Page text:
25 April, 2012


I was walking the dog this evening, in the wilderness outside my village where the land is gently undulating and covered with knee-length grass with rows of thorny scrub in the depressions. The weather was great for a walk; the sun mildly shining through a curtain of thin cloud. As I walked, I could smell the fragrance of tulsi as my feet crushed some plants that were spread out among the grass. The resident locals of the village and neighbouring villages had already collected most of the year's wild tulsi harvest in February, but these were new saplings that had come up with the summer showers, I imagine.

It was nearly dusk when the dog suddenly jumped backwards and pricked up her ears, her nose to the ground, twitching away trying to smell the life out of something that was obscured to me. As I tried to get closer to see better she kept pushing me away and growling at whatever it is she was looking at. I finally managed to pull her back and hold her and saw that she had stumbled across a small Russell's viper (Daboia russelli) lying quietly in the grass. Such are the times when I mentally slap my forehead for being too lazy to bring the camera out on the walks, but the point I want to drive home in this little essay is that time and again, I've witnessed my dog being defensive when she encounters a live venomous snake. This has previously happened four times with Russell's vipers in our yard at home, more than half a dozen times with the spectacled cobras (again, in our yard) and once with a saw-scaled viper that we encountered on a similar walk years ago. On occasions when she finds a live non-venomous snake (she's managed to find three wolf snakes, two green vine snakes, countless rat snakes, and once, even a cat snake), she merely attracts our attention to the snake and goes her way doing what she was originally doing. No growling, no ears upright, no straight tail, nothing. (She even let a green vine snake live in our curry leaf tree for a whole year after pointing it out to us.) I wonder how she knows the venomous ones from the non-venomous. Can she smell the venom in their venom sacs? I sure would love to know.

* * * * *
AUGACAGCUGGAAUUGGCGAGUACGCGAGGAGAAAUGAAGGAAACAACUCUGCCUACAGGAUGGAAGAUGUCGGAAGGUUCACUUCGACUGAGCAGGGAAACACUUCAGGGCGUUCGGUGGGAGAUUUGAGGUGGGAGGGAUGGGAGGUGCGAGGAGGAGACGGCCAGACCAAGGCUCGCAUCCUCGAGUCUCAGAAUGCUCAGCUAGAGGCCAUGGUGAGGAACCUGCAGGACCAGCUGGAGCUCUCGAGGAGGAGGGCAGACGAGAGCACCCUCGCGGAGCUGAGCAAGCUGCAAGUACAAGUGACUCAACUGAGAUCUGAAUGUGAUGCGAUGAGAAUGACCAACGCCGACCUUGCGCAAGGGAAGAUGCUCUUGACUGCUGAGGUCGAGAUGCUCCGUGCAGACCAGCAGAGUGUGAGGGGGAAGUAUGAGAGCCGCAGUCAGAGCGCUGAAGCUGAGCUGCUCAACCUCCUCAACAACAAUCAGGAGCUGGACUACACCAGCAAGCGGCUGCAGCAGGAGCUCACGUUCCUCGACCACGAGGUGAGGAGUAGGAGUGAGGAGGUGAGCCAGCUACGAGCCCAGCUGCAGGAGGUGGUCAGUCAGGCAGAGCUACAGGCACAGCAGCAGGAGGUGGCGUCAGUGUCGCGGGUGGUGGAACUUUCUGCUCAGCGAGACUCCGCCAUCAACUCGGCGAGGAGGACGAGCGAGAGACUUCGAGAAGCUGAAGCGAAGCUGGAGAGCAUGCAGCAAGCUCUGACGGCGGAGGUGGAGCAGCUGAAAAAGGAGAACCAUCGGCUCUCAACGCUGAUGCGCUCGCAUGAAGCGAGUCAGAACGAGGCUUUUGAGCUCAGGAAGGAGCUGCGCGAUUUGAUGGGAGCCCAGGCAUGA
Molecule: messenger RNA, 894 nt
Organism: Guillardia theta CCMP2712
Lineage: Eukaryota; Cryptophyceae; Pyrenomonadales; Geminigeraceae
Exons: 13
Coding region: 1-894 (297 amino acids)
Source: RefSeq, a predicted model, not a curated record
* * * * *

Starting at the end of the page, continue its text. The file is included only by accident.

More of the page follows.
Mark Roberts said...

That's pretty amazing! What breed of dog is she?

Dhaval Momaya said...

She's a nondescript native breed who seems to have derived a majority of her genes from the Combai breed of southern Tamil Nadu.

bmvbab said...

We live among some amazing creatures :)